- (transitive) To embellish or adorn, especially in order to improve the appearance of.
1804, Christoph Martin Wieland, Confessions in Elysium: Or, The Adventures of a Platonic, page 73-74:
- Delighted with each other......we rambled....arm in arm......about the citron groves;.......and, when a mossy bank invited our repose...my charmer would weave garlands of flowers to adonise her shepherd ; ..........recline upon my arm..... and to the gentle lullaby of a murmuring stream..... sink into forgetfulness
1830, an old army surgeon, Economy of the hands and feet, fingers and toes, page 107:
- Formerly, if not exactly to the same extent at the present day, mineral substances were only made use of to adonise the complexion ; indeed, every composition is qualified with this name, whether it be white or red, which women, and even men (coxcombs), with a clear skin, subserve to embellish their faces, with a view to imitate the colours of youth, or artificially to repair the absence of them.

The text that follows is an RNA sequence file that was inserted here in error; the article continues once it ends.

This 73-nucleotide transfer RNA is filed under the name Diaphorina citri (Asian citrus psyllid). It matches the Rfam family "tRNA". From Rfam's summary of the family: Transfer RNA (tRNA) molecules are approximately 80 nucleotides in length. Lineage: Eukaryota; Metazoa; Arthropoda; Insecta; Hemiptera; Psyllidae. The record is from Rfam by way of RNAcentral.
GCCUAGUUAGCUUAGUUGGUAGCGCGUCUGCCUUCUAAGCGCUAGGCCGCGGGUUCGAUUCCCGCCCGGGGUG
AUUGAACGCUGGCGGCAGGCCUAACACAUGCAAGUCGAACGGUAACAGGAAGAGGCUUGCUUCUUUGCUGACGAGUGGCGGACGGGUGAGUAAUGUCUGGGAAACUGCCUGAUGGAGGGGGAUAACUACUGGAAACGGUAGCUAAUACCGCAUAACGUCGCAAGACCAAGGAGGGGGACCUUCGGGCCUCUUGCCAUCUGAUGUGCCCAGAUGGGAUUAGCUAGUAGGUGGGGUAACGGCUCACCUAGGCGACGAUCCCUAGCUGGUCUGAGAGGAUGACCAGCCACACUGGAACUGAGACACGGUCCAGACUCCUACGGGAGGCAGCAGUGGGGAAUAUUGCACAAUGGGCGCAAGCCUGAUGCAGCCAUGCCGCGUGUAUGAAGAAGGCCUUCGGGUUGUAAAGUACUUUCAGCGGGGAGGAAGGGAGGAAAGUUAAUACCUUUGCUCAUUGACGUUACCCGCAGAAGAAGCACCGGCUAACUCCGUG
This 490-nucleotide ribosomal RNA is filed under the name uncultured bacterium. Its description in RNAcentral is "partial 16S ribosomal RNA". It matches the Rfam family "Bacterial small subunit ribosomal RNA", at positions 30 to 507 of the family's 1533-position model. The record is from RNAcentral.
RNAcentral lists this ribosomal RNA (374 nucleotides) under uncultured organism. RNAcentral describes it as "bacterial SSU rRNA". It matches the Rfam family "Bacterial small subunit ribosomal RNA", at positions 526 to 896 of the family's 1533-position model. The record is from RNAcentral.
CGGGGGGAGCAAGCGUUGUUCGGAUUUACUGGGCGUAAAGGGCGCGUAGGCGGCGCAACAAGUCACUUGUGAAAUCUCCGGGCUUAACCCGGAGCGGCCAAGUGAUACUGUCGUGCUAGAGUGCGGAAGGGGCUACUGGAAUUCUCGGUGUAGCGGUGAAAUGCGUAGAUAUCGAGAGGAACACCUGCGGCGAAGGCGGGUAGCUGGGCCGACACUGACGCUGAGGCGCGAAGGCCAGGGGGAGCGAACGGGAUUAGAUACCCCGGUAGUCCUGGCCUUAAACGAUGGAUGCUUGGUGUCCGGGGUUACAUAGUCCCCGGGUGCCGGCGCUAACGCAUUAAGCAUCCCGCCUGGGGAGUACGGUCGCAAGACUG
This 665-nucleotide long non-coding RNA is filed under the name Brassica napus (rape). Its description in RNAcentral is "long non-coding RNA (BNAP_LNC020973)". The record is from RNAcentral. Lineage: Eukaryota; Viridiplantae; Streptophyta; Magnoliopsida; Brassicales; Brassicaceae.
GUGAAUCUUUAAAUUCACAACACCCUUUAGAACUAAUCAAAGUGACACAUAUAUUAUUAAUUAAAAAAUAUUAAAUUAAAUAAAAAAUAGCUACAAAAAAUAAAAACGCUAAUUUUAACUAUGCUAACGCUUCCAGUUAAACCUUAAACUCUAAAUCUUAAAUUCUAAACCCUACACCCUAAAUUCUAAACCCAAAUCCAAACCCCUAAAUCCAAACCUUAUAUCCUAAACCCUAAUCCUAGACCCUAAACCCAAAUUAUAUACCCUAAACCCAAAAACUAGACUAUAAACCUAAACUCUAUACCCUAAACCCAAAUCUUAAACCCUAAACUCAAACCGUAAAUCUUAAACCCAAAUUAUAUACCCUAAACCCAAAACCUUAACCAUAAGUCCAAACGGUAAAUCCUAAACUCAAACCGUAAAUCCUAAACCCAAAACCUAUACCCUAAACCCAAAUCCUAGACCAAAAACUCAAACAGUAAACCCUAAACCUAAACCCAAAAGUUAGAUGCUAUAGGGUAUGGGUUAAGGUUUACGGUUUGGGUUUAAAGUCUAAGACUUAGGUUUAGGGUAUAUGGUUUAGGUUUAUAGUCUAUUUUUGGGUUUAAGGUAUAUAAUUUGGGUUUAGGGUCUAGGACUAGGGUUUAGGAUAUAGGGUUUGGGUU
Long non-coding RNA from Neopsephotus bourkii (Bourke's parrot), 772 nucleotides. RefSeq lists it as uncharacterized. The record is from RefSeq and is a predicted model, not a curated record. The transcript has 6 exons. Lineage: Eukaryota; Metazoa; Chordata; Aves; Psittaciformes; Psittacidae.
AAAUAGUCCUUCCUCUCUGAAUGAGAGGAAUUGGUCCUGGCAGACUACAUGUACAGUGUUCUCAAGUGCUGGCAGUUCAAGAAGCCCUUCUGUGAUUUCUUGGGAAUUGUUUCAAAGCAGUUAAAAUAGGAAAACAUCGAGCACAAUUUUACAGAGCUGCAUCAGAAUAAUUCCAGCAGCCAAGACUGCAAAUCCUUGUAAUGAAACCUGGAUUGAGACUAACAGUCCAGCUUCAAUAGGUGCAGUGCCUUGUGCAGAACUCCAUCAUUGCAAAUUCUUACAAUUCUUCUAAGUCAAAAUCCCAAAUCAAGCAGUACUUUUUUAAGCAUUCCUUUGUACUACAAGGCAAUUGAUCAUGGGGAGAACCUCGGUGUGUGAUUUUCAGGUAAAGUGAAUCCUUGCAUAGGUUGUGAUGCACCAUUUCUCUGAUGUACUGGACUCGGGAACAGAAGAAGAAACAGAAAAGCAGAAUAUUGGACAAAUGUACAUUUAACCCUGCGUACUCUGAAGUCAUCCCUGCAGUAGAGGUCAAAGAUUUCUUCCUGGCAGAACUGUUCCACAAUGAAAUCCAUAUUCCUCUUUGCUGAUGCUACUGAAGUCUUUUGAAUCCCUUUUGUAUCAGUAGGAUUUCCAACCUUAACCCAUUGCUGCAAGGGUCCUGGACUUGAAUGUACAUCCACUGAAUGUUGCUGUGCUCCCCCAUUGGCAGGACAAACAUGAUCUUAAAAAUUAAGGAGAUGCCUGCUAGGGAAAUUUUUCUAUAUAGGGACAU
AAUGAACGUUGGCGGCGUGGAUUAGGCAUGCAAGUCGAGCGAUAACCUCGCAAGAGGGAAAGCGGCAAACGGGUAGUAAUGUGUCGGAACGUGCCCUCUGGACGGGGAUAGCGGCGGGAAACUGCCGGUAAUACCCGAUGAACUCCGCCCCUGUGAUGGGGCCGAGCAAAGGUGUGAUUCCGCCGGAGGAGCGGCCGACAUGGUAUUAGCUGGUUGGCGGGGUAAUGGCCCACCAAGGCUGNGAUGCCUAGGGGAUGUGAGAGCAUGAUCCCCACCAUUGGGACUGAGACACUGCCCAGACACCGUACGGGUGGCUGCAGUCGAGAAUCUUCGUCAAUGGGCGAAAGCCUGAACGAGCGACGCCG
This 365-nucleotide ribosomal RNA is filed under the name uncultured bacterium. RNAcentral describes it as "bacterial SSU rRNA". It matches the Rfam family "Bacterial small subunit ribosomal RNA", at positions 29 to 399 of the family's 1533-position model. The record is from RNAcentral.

- (intransitive) To enhance one's own appearance.
1820, Peter Bayley, Sketches from St. George's Fields, page 122:
- Leaving a breath to swell his tradesmen's books, To adonise, to smile, and kill with looks;
1859, Mrs. Octavius Freire Owen, Raised to the Peerage: A Novel, page 158:
- Since I parted with Darnley, who went in to adonise, I believe, Cameron has been hindering me with acknowledgments and regrets.
1891, John Keats (ed Sir Sidney Colvin), Letters of John Keats to His Family and Friends, page 291:
- Whenever I find myself growing vapourish, I rouse myself, wash, and put on a clean shirt, brush my hair and clothes, tie my shoestrings neatly, and in fact adonise as I were going out.
Originally, this word was often capitalized, perhaps reflecting its origins from a proper noun (Adonis). After about 1850, however, the use of the upper case version gives way to a lower-case version.